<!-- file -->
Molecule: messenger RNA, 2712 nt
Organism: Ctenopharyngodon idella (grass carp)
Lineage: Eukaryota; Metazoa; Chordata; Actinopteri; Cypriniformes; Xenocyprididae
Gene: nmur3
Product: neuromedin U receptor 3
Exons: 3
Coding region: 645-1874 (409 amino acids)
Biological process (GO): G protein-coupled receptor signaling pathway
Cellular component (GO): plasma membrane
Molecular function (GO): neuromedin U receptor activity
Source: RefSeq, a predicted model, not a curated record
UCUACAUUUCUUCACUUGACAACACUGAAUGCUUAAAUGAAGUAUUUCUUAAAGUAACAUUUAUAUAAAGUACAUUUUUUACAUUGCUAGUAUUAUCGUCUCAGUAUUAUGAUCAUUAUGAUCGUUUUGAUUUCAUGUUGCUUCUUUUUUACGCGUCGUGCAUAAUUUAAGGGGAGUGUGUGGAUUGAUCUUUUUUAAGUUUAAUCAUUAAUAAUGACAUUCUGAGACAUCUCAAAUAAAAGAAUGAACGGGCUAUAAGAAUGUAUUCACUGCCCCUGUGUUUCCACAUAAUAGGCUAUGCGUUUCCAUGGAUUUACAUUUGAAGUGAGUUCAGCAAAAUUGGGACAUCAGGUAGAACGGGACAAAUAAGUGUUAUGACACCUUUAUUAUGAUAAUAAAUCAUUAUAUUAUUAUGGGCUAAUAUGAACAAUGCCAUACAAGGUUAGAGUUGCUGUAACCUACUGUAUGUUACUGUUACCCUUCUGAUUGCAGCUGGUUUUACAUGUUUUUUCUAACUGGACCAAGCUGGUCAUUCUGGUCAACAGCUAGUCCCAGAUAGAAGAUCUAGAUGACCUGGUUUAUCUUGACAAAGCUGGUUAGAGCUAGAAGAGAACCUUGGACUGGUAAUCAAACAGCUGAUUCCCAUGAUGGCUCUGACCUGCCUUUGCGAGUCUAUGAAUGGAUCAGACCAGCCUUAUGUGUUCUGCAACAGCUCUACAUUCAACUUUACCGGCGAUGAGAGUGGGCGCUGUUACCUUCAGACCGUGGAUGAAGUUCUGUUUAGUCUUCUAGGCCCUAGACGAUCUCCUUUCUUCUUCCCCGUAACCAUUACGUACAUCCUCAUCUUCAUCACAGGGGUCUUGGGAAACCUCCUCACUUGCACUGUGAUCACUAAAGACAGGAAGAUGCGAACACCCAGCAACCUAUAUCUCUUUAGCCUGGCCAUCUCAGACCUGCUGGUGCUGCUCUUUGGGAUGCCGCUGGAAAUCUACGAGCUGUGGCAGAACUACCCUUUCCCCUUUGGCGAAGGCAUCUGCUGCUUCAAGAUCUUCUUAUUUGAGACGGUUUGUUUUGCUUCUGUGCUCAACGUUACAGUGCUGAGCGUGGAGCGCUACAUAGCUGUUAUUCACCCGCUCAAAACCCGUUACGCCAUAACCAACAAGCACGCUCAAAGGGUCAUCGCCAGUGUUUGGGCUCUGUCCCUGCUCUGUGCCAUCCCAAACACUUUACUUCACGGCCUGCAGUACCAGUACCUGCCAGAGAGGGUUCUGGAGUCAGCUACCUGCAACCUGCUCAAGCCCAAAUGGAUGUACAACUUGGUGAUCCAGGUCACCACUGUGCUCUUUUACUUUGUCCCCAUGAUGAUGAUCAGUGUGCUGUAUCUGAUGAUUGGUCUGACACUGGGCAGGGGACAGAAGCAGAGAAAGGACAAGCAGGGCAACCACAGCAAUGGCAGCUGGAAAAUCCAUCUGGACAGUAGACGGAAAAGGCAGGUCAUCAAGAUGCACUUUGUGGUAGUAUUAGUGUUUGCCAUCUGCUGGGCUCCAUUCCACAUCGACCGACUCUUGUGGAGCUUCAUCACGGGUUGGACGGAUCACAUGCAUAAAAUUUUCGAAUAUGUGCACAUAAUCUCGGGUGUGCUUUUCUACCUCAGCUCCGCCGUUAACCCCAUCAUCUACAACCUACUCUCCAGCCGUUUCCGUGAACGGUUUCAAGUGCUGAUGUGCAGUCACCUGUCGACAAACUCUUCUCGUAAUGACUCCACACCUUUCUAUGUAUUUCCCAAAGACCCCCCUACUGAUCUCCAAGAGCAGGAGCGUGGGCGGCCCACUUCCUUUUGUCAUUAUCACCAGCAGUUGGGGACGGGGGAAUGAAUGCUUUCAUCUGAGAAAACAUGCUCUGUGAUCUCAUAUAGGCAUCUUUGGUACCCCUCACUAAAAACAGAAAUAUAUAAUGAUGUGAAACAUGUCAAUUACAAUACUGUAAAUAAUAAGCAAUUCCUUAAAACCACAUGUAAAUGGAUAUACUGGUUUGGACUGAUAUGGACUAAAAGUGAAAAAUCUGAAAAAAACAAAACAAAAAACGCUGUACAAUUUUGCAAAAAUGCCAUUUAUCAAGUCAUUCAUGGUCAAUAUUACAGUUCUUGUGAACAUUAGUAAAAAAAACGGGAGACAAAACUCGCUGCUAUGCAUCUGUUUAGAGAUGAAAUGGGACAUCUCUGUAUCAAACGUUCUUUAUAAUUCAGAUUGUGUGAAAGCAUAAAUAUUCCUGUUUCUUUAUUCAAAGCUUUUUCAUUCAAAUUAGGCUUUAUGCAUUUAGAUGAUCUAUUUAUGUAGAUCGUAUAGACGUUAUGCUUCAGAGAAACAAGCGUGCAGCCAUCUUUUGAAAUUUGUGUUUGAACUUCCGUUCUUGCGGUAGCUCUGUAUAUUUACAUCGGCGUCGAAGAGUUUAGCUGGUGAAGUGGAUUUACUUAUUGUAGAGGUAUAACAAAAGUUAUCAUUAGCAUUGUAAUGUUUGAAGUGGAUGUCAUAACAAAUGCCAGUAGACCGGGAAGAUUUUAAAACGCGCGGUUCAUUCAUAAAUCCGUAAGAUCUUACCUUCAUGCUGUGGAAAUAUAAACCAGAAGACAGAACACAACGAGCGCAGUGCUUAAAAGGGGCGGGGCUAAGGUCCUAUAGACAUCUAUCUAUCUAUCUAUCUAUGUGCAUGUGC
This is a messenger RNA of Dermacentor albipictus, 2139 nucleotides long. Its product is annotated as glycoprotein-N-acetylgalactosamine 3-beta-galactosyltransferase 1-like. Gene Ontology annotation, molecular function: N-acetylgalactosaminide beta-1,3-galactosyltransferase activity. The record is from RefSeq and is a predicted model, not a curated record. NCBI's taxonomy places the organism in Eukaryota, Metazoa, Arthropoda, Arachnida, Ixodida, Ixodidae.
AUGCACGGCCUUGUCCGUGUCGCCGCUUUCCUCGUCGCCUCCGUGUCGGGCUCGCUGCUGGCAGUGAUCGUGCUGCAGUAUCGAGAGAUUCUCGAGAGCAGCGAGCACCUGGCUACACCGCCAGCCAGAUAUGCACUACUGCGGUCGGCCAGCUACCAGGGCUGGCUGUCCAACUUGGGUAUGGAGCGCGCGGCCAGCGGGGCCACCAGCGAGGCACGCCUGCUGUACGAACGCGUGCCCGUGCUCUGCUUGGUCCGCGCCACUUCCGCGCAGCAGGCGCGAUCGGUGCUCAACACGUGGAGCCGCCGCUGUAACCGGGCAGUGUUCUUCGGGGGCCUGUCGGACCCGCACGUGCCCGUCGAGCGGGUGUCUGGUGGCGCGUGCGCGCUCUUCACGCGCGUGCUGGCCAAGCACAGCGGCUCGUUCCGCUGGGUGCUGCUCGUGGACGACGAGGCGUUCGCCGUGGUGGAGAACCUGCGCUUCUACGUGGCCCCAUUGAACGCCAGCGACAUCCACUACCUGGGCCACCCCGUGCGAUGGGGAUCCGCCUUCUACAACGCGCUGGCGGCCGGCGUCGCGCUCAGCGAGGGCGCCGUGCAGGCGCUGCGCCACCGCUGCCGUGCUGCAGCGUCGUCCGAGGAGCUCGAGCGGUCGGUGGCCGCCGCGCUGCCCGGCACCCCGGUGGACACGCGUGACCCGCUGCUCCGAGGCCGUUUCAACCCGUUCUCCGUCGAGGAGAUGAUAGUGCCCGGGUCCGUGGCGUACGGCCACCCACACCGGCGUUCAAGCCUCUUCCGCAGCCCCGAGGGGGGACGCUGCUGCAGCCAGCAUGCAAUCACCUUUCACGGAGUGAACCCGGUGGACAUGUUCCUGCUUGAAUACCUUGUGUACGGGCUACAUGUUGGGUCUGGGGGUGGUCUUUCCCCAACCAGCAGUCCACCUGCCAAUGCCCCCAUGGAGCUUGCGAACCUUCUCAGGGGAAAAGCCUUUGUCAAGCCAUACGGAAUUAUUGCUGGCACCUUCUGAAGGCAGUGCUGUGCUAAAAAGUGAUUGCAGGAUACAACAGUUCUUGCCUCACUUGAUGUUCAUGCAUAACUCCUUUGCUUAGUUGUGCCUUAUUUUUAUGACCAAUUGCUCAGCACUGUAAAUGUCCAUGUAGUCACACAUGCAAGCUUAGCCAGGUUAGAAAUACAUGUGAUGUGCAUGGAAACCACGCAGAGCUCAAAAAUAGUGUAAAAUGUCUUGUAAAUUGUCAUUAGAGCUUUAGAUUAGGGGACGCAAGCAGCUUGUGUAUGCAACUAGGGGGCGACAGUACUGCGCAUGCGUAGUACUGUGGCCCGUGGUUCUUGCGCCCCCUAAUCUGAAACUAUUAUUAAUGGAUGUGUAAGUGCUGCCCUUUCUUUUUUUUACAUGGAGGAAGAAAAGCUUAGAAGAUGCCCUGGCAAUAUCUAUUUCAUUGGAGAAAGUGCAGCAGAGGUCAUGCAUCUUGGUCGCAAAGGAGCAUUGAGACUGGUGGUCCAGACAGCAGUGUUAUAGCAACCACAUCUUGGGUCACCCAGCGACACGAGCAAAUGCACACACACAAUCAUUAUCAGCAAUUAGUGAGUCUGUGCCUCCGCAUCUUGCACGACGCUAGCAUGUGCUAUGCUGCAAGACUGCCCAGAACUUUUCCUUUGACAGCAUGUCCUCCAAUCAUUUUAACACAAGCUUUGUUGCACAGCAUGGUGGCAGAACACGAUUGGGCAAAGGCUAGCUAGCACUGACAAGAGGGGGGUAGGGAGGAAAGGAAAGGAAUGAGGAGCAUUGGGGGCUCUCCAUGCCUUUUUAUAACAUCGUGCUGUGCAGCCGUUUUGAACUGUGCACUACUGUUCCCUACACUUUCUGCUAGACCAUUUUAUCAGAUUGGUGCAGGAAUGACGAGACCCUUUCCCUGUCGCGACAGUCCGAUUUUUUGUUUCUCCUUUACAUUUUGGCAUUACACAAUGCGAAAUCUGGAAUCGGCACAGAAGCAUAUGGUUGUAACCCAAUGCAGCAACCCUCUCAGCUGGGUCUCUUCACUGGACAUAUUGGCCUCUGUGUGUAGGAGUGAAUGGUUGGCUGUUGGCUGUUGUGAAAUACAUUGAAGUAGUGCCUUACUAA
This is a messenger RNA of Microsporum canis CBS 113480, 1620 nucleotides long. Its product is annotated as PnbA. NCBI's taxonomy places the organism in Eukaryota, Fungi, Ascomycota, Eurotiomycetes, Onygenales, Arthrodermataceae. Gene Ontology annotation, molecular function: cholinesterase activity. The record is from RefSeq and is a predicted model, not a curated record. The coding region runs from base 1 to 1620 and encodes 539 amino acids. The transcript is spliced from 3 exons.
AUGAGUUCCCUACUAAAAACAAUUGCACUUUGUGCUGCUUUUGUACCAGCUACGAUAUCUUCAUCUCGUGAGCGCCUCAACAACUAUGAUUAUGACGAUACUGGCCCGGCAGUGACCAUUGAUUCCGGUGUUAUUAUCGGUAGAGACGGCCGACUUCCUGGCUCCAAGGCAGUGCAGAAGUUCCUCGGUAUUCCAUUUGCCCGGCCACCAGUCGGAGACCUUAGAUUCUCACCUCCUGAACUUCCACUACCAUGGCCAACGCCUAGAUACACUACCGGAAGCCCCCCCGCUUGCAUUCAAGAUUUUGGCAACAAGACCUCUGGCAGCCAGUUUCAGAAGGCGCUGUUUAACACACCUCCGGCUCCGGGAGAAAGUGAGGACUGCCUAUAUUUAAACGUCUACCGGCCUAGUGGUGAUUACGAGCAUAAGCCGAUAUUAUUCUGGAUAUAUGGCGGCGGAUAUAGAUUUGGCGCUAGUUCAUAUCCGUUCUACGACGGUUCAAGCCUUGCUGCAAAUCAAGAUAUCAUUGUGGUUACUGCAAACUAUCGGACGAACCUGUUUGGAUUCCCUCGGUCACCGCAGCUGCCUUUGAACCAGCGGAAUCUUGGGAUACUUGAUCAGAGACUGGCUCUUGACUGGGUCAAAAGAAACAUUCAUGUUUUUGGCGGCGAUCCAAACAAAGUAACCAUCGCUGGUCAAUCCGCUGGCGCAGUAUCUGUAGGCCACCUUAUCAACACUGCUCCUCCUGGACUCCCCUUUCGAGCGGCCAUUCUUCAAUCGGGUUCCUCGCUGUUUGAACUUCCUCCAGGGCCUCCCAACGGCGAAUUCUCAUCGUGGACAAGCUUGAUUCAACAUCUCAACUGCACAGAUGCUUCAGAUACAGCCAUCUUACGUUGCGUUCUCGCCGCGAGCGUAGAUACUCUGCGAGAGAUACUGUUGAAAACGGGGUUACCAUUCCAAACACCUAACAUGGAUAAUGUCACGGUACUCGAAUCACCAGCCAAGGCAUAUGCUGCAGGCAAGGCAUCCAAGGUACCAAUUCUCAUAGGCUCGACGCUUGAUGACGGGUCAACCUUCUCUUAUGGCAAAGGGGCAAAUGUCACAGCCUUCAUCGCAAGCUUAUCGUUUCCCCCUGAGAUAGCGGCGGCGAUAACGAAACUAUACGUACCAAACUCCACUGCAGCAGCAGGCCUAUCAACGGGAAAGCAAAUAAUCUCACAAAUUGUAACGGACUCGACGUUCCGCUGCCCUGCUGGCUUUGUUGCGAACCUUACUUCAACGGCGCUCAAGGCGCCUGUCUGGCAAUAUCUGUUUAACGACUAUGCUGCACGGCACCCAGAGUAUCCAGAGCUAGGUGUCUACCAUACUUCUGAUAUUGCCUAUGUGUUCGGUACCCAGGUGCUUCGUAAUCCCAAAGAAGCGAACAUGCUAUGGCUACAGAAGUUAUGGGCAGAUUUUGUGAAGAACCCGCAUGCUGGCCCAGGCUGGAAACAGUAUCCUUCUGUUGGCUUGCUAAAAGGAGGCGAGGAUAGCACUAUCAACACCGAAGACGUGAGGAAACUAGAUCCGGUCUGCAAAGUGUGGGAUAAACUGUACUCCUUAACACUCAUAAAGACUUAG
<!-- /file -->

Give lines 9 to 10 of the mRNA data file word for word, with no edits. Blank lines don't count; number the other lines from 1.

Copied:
Cellular component (GO): plasma membrane
Molecular function (GO): neuromedin U receptor activity